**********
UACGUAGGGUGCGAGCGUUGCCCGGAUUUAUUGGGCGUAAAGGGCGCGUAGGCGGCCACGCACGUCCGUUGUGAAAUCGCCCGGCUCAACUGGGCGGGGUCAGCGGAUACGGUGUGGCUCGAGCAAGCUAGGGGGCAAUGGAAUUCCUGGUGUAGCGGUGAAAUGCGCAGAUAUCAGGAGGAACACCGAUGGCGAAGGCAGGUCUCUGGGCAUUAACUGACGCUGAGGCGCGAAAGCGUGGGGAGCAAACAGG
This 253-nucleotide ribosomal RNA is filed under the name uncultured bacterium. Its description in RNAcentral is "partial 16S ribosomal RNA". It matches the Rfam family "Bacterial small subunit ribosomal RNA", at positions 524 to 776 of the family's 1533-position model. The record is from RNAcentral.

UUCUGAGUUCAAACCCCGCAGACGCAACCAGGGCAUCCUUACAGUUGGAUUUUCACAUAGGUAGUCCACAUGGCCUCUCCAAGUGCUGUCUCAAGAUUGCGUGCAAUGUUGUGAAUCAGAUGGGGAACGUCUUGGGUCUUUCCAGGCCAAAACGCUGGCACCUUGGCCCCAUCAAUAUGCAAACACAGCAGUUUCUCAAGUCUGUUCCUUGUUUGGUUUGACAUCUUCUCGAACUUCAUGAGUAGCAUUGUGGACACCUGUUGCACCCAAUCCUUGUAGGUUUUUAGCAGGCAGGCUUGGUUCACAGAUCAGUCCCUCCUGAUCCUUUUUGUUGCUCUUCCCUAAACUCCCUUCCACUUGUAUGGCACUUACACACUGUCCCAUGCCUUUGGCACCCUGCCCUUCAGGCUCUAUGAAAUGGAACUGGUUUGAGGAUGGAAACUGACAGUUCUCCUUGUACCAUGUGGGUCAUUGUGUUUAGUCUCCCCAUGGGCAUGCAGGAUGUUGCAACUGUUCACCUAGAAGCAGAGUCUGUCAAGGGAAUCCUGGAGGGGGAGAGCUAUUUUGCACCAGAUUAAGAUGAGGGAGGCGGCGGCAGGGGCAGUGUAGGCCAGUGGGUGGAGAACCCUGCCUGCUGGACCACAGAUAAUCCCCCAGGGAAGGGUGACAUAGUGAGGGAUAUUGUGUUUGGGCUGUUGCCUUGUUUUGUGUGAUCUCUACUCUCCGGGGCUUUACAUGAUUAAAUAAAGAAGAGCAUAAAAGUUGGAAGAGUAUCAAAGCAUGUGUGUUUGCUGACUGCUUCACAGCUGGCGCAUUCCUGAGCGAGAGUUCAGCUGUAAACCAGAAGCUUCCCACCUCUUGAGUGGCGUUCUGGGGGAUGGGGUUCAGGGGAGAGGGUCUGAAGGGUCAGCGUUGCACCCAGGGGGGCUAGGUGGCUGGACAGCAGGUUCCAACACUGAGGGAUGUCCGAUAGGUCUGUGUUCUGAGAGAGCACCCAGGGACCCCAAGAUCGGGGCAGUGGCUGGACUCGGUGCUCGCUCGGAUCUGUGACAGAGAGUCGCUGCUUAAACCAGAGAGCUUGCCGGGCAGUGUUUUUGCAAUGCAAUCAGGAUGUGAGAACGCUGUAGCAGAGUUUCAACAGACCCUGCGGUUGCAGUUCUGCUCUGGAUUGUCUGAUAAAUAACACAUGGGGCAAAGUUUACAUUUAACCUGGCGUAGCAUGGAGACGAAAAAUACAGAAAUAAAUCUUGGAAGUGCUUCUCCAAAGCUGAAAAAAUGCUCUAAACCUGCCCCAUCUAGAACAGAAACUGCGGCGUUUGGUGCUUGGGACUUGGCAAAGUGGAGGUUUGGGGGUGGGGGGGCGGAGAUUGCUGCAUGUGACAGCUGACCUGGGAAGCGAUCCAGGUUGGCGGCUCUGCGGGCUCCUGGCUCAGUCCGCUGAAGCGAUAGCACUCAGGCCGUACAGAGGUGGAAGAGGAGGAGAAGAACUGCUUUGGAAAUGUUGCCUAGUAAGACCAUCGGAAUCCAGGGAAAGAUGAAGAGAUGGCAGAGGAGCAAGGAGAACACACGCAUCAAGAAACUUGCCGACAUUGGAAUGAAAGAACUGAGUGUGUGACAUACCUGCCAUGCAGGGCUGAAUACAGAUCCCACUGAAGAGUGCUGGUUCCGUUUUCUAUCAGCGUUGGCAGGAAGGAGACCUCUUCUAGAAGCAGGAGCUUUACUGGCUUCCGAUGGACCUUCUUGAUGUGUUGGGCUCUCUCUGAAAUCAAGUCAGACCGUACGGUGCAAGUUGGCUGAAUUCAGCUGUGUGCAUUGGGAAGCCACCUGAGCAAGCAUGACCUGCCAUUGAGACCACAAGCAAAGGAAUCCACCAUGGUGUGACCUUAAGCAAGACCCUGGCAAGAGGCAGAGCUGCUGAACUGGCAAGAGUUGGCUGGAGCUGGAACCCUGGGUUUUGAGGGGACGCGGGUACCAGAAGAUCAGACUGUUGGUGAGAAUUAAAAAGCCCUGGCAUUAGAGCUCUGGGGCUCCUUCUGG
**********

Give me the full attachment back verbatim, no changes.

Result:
UACGUAGGGUGCGAGCGUUGCCCGGAUUUAUUGGGCGUAAAGGGCGCGUAGGCGGCCACGCACGUCCGUUGUGAAAUCGCCCGGCUCAACUGGGCGGGGUCAGCGGAUACGGUGUGGCUCGAGCAAGCUAGGGGGCAAUGGAAUUCCUGGUGUAGCGGUGAAAUGCGCAGAUAUCAGGAGGAACACCGAUGGCGAAGGCAGGUCUCUGGGCAUUAACUGACGCUGAGGCGCGAAAGCGUGGGGAGCAAACAGG
This 253-nucleotide ribosomal RNA is filed under the name uncultured bacterium. Its description in RNAcentral is "partial 16S ribosomal RNA". It matches the Rfam family "Bacterial small subunit ribosomal RNA", at positions 524 to 776 of the family's 1533-position model. The record is from RNAcentral.

UUCUGAGUUCAAACCCCGCAGACGCAACCAGGGCAUCCUUACAGUUGGAUUUUCACAUAGGUAGUCCACAUGGCCUCUCCAAGUGCUGUCUCAAGAUUGCGUGCAAUGUUGUGAAUCAGAUGGGGAACGUCUUGGGUCUUUCCAGGCCAAAACGCUGGCACCUUGGCCCCAUCAAUAUGCAAACACAGCAGUUUCUCAAGUCUGUUCCUUGUUUGGUUUGACAUCUUCUCGAACUUCAUGAGUAGCAUUGUGGACACCUGUUGCACCCAAUCCUUGUAGGUUUUUAGCAGGCAGGCUUGGUUCACAGAUCAGUCCCUCCUGAUCCUUUUUGUUGCUCUUCCCUAAACUCCCUUCCACUUGUAUGGCACUUACACACUGUCCCAUGCCUUUGGCACCCUGCCCUUCAGGCUCUAUGAAAUGGAACUGGUUUGAGGAUGGAAACUGACAGUUCUCCUUGUACCAUGUGGGUCAUUGUGUUUAGUCUCCCCAUGGGCAUGCAGGAUGUUGCAACUGUUCACCUAGAAGCAGAGUCUGUCAAGGGAAUCCUGGAGGGGGAGAGCUAUUUUGCACCAGAUUAAGAUGAGGGAGGCGGCGGCAGGGGCAGUGUAGGCCAGUGGGUGGAGAACCCUGCCUGCUGGACCACAGAUAAUCCCCCAGGGAAGGGUGACAUAGUGAGGGAUAUUGUGUUUGGGCUGUUGCCUUGUUUUGUGUGAUCUCUACUCUCCGGGGCUUUACAUGAUUAAAUAAAGAAGAGCAUAAAAGUUGGAAGAGUAUCAAAGCAUGUGUGUUUGCUGACUGCUUCACAGCUGGCGCAUUCCUGAGCGAGAGUUCAGCUGUAAACCAGAAGCUUCCCACCUCUUGAGUGGCGUUCUGGGGGAUGGGGUUCAGGGGAGAGGGUCUGAAGGGUCAGCGUUGCACCCAGGGGGGCUAGGUGGCUGGACAGCAGGUUCCAACACUGAGGGAUGUCCGAUAGGUCUGUGUUCUGAGAGAGCACCCAGGGACCCCAAGAUCGGGGCAGUGGCUGGACUCGGUGCUCGCUCGGAUCUGUGACAGAGAGUCGCUGCUUAAACCAGAGAGCUUGCCGGGCAGUGUUUUUGCAAUGCAAUCAGGAUGUGAGAACGCUGUAGCAGAGUUUCAACAGACCCUGCGGUUGCAGUUCUGCUCUGGAUUGUCUGAUAAAUAACACAUGGGGCAAAGUUUACAUUUAACCUGGCGUAGCAUGGAGACGAAAAAUACAGAAAUAAAUCUUGGAAGUGCUUCUCCAAAGCUGAAAAAAUGCUCUAAACCUGCCCCAUCUAGAACAGAAACUGCGGCGUUUGGUGCUUGGGACUUGGCAAAGUGGAGGUUUGGGGGUGGGGGGGCGGAGAUUGCUGCAUGUGACAGCUGACCUGGGAAGCGAUCCAGGUUGGCGGCUCUGCGGGCUCCUGGCUCAGUCCGCUGAAGCGAUAGCACUCAGGCCGUACAGAGGUGGAAGAGGAGGAGAAGAACUGCUUUGGAAAUGUUGCCUAGUAAGACCAUCGGAAUCCAGGGAAAGAUGAAGAGAUGGCAGAGGAGCAAGGAGAACACACGCAUCAAGAAACUUGCCGACAUUGGAAUGAAAGAACUGAGUGUGUGACAUACCUGCCAUGCAGGGCUGAAUACAGAUCCCACUGAAGAGUGCUGGUUCCGUUUUCUAUCAGCGUUGGCAGGAAGGAGACCUCUUCUAGAAGCAGGAGCUUUACUGGCUUCCGAUGGACCUUCUUGAUGUGUUGGGCUCUCUCUGAAAUCAAGUCAGACCGUACGGUGCAAGUUGGCUGAAUUCAGCUGUGUGCAUUGGGAAGCCACCUGAGCAAGCAUGACCUGCCAUUGAGACCACAAGCAAAGGAAUCCACCAUGGUGUGACCUUAAGCAAGACCCUGGCAAGAGGCAGAGCUGCUGAACUGGCAAGAGUUGGCUGGAGCUGGAACCCUGGGUUUUGAGGGGACGCGGGUACCAGAAGAUCAGACUGUUGGUGAGAAUUAAAAAGCCCUGGCAUUAGAGCUCUGGGGCUCCUUCUGG